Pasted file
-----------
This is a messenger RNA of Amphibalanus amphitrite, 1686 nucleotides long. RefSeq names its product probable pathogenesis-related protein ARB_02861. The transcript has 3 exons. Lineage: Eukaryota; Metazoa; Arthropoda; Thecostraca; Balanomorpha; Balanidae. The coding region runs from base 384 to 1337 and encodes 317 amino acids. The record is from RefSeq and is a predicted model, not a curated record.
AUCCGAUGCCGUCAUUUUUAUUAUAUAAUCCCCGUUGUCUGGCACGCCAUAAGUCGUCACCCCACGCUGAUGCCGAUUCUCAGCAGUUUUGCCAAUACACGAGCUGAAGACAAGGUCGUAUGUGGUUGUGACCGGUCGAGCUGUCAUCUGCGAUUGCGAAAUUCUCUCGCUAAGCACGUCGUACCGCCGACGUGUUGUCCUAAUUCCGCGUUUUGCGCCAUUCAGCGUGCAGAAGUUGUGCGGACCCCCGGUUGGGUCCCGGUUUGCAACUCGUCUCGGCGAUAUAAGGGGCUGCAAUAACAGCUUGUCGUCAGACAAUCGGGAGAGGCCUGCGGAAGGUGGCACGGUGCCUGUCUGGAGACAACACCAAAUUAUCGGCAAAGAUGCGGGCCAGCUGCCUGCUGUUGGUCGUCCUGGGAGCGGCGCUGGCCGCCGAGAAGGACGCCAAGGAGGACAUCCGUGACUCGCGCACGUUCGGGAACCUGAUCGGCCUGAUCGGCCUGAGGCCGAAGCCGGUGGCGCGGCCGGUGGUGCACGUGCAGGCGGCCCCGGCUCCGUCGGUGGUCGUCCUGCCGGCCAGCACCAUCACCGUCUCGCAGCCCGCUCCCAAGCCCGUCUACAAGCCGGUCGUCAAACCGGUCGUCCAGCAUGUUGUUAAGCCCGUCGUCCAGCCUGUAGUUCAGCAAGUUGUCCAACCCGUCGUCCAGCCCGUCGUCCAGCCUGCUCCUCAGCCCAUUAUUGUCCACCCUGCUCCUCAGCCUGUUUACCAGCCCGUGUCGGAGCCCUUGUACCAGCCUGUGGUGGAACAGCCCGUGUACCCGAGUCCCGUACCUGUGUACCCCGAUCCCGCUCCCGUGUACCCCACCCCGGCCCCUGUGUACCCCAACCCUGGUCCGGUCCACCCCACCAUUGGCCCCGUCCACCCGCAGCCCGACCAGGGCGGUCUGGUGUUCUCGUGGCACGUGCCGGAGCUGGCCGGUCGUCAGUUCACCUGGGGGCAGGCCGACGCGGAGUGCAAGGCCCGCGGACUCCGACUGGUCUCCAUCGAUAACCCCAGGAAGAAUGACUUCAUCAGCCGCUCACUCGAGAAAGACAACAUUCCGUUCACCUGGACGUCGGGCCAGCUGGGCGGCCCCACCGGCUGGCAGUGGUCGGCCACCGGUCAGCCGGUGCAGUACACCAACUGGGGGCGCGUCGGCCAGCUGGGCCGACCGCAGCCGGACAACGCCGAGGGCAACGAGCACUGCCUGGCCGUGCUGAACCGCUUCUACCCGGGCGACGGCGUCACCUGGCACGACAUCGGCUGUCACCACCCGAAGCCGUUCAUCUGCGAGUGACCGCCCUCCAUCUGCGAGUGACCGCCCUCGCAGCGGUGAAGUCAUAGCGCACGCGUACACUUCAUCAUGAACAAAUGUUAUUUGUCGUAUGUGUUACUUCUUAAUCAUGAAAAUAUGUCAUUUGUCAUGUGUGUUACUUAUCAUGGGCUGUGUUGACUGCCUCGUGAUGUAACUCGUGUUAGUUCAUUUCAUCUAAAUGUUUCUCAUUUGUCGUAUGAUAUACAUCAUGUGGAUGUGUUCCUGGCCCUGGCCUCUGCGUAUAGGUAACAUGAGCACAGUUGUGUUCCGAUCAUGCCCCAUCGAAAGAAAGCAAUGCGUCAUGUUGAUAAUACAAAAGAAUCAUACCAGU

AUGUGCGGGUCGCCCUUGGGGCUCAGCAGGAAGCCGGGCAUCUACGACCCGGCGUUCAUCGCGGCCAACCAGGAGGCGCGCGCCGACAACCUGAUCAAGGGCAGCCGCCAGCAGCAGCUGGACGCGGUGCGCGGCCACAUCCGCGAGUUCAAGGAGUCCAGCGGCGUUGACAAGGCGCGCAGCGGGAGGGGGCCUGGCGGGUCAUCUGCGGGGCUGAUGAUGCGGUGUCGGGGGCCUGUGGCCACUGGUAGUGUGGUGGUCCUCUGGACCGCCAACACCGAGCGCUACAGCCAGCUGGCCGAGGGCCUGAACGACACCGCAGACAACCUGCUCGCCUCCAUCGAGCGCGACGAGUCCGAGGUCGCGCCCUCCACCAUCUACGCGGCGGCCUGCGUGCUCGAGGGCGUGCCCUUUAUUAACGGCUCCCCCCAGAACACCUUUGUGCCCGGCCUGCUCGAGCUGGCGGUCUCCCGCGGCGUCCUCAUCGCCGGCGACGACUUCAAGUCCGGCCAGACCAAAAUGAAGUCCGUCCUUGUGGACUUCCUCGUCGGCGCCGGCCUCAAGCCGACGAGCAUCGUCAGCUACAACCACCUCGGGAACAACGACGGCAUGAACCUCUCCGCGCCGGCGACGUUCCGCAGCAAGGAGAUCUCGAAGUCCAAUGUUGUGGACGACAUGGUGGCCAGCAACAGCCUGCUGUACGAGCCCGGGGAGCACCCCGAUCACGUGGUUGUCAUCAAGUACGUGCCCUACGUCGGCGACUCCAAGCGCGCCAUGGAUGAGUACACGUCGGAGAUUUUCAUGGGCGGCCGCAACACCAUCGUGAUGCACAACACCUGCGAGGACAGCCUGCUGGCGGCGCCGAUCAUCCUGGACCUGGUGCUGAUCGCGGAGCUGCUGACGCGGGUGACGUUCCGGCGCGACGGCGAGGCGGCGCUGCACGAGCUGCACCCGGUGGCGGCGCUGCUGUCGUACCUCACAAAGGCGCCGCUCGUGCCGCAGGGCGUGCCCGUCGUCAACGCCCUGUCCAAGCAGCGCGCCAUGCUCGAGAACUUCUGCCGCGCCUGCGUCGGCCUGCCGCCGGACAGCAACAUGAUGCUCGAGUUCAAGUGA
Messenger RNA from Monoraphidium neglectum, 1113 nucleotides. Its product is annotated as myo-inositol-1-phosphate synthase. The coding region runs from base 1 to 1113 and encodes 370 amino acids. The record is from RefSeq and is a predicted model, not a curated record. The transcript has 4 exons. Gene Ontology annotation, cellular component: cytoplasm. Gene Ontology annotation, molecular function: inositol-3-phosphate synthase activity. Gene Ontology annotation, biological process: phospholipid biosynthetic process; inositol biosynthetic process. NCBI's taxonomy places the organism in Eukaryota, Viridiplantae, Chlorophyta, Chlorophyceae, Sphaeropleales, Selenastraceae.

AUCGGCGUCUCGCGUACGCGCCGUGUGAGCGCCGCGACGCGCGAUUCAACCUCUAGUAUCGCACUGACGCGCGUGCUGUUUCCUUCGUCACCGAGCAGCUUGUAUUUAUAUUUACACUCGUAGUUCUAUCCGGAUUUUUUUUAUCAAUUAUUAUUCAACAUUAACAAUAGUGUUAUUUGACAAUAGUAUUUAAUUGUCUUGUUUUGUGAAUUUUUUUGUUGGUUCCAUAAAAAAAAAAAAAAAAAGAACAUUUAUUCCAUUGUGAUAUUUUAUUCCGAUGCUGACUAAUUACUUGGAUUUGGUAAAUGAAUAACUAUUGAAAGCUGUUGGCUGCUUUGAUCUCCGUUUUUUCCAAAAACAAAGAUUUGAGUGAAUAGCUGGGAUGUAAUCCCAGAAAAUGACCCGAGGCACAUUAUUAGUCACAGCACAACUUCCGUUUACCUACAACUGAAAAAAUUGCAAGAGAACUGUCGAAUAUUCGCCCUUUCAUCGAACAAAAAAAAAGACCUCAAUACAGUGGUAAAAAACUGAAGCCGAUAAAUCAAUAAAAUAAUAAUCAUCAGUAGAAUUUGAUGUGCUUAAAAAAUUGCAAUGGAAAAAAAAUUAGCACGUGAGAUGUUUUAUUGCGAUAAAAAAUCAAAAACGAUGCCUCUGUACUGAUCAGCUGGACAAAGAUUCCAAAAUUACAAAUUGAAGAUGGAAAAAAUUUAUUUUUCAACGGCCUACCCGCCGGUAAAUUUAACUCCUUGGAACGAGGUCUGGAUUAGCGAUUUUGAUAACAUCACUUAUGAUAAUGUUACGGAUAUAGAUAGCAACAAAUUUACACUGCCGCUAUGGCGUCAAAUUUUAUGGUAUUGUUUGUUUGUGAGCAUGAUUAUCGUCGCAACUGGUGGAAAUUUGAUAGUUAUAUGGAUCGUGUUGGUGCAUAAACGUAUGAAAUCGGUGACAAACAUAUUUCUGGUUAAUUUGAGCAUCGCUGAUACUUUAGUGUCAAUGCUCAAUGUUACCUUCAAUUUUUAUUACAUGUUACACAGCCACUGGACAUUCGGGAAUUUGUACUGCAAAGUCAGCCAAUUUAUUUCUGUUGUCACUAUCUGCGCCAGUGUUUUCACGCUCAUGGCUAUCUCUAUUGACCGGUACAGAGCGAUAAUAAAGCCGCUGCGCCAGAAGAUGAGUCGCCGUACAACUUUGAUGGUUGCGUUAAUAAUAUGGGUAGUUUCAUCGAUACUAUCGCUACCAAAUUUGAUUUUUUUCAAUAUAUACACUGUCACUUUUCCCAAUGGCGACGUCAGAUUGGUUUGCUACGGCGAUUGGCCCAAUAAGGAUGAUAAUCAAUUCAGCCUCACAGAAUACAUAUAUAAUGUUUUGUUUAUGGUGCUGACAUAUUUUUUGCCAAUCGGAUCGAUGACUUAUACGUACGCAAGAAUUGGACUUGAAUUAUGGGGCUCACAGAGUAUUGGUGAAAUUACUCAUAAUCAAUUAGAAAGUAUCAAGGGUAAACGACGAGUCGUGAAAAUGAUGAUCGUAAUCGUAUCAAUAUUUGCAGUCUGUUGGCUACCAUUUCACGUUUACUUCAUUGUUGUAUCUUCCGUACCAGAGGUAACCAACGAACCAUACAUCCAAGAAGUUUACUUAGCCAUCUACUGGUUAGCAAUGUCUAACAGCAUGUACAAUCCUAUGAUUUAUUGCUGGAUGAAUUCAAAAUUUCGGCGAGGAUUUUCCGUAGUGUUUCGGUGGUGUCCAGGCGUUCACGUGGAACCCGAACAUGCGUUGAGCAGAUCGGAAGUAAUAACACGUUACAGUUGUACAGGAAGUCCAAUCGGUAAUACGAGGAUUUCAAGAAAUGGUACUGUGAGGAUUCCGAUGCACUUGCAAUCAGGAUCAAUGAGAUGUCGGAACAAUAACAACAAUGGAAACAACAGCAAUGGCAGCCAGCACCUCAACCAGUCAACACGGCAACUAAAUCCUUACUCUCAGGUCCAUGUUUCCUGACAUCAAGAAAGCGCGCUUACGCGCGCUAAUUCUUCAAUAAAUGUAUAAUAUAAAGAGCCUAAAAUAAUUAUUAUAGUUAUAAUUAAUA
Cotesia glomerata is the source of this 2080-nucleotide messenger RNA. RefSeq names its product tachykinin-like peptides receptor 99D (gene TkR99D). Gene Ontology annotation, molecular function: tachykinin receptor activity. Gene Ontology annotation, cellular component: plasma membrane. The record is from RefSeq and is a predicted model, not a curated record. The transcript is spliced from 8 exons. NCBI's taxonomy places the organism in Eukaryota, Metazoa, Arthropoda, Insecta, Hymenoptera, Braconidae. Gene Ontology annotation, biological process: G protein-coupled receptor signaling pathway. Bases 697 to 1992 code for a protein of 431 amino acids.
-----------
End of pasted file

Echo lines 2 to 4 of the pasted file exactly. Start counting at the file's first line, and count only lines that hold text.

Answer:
AUCCGAUGCCGUCAUUUUUAUUAUAUAAUCCCCGUUGUCUGGCACGCCAUAAGUCGUCACCCCACGCUGAUGCCGAUUCUCAGCAGUUUUGCCAAUACACGAGCUGAAGACAAGGUCGUAUGUGGUUGUGACCGGUCGAGCUGUCAUCUGCGAUUGCGAAAUUCUCUCGCUAAGCACGUCGUACCGCCGACGUGUUGUCCUAAUUCCGCGUUUUGCGCCAUUCAGCGUGCAGAAGUUGUGCGGACCCCCGGUUGGGUCCCGGUUUGCAACUCGUCUCGGCGAUAUAAGGGGCUGCAAUAACAGCUUGUCGUCAGACAAUCGGGAGAGGCCUGCGGAAGGUGGCACGGUGCCUGUCUGGAGACAACACCAAAUUAUCGGCAAAGAUGCGGGCCAGCUGCCUGCUGUUGGUCGUCCUGGGAGCGGCGCUGGCCGCCGAGAAGGACGCCAAGGAGGACAUCCGUGACUCGCGCACGUUCGGGAACCUGAUCGGCCUGAUCGGCCUGAGGCCGAAGCCGGUGGCGCGGCCGGUGGUGCACGUGCAGGCGGCCCCGGCUCCGUCGGUGGUCGUCCUGCCGGCCAGCACCAUCACCGUCUCGCAGCCCGCUCCCAAGCCCGUCUACAAGCCGGUCGUCAAACCGGUCGUCCAGCAUGUUGUUAAGCCCGUCGUCCAGCCUGUAGUUCAGCAAGUUGUCCAACCCGUCGUCCAGCCCGUCGUCCAGCCUGCUCCUCAGCCCAUUAUUGUCCACCCUGCUCCUCAGCCUGUUUACCAGCCCGUGUCGGAGCCCUUGUACCAGCCUGUGGUGGAACAGCCCGUGUACCCGAGUCCCGUACCUGUGUACCCCGAUCCCGCUCCCGUGUACCCCACCCCGGCCCCUGUGUACCCCAACCCUGGUCCGGUCCACCCCACCAUUGGCCCCGUCCACCCGCAGCCCGACCAGGGCGGUCUGGUGUUCUCGUGGCACGUGCCGGAGCUGGCCGGUCGUCAGUUCACCUGGGGGCAGGCCGACGCGGAGUGCAAGGCCCGCGGACUCCGACUGGUCUCCAUCGAUAACCCCAGGAAGAAUGACUUCAUCAGCCGCUCACUCGAGAAAGACAACAUUCCGUUCACCUGGACGUCGGGCCAGCUGGGCGGCCCCACCGGCUGGCAGUGGUCGGCCACCGGUCAGCCGGUGCAGUACACCAACUGGGGGCGCGUCGGCCAGCUGGGCCGACCGCAGCCGGACAACGCCGAGGGCAACGAGCACUGCCUGGCCGUGCUGAACCGCUUCUACCCGGGCGACGGCGUCACCUGGCACGACAUCGGCUGUCACCACCCGAAGCCGUUCAUCUGCGAGUGACCGCCCUCCAUCUGCGAGUGACCGCCCUCGCAGCGGUGAAGUCAUAGCGCACGCGUACACUUCAUCAUGAACAAAUGUUAUUUGUCGUAUGUGUUACUUCUUAAUCAUGAAAAUAUGUCAUUUGUCAUGUGUGUUACUUAUCAUGGGCUGUGUUGACUGCCUCGUGAUGUAACUCGUGUUAGUUCAUUUCAUCUAAAUGUUUCUCAUUUGUCGUAUGAUAUACAUCAUGUGGAUGUGUUCCUGGCCCUGGCCUCUGCGUAUAGGUAACAUGAGCACAGUUGUGUUCCGAUCAUGCCCCAUCGAAAGAAAGCAAUGCGUCAUGUUGAUAAUACAAAAGAAUCAUACCAGU

AUGUGCGGGUCGCCCUUGGGGCUCAGCAGGAAGCCGGGCAUCUACGACCCGGCGUUCAUCGCGGCCAACCAGGAGGCGCGCGCCGACAACCUGAUCAAGGGCAGCCGCCAGCAGCAGCUGGACGCGGUGCGCGGCCACAUCCGCGAGUUCAAGGAGUCCAGCGGCGUUGACAAGGCGCGCAGCGGGAGGGGGCCUGGCGGGUCAUCUGCGGGGCUGAUGAUGCGGUGUCGGGGGCCUGUGGCCACUGGUAGUGUGGUGGUCCUCUGGACCGCCAACACCGAGCGCUACAGCCAGCUGGCCGAGGGCCUGAACGACACCGCAGACAACCUGCUCGCCUCCAUCGAGCGCGACGAGUCCGAGGUCGCGCCCUCCACCAUCUACGCGGCGGCCUGCGUGCUCGAGGGCGUGCCCUUUAUUAACGGCUCCCCCCAGAACACCUUUGUGCCCGGCCUGCUCGAGCUGGCGGUCUCCCGCGGCGUCCUCAUCGCCGGCGACGACUUCAAGUCCGGCCAGACCAAAAUGAAGUCCGUCCUUGUGGACUUCCUCGUCGGCGCCGGCCUCAAGCCGACGAGCAUCGUCAGCUACAACCACCUCGGGAACAACGACGGCAUGAACCUCUCCGCGCCGGCGACGUUCCGCAGCAAGGAGAUCUCGAAGUCCAAUGUUGUGGACGACAUGGUGGCCAGCAACAGCCUGCUGUACGAGCCCGGGGAGCACCCCGAUCACGUGGUUGUCAUCAAGUACGUGCCCUACGUCGGCGACUCCAAGCGCGCCAUGGAUGAGUACACGUCGGAGAUUUUCAUGGGCGGCCGCAACACCAUCGUGAUGCACAACACCUGCGAGGACAGCCUGCUGGCGGCGCCGAUCAUCCUGGACCUGGUGCUGAUCGCGGAGCUGCUGACGCGGGUGACGUUCCGGCGCGACGGCGAGGCGGCGCUGCACGAGCUGCACCCGGUGGCGGCGCUGCUGUCGUACCUCACAAAGGCGCCGCUCGUGCCGCAGGGCGUGCCCGUCGUCAACGCCCUGUCCAAGCAGCGCGCCAUGCUCGAGAACUUCUGCCGCGCCUGCGUCGGCCUGCCGCCGGACAGCAACAUGAUGCUCGAGUUCAAGUGA
Messenger RNA from Monoraphidium neglectum, 1113 nucleotides. Its product is annotated as myo-inositol-1-phosphate synthase. The coding region runs from base 1 to 1113 and encodes 370 amino acids. The record is from RefSeq and is a predicted model, not a curated record. The transcript has 4 exons. Gene Ontology annotation, cellular component: cytoplasm. Gene Ontology annotation, molecular function: inositol-3-phosphate synthase activity. Gene Ontology annotation, biological process: phospholipid biosynthetic process; inositol biosynthetic process. NCBI's taxonomy places the organism in Eukaryota, Viridiplantae, Chlorophyta, Chlorophyceae, Sphaeropleales, Selenastraceae.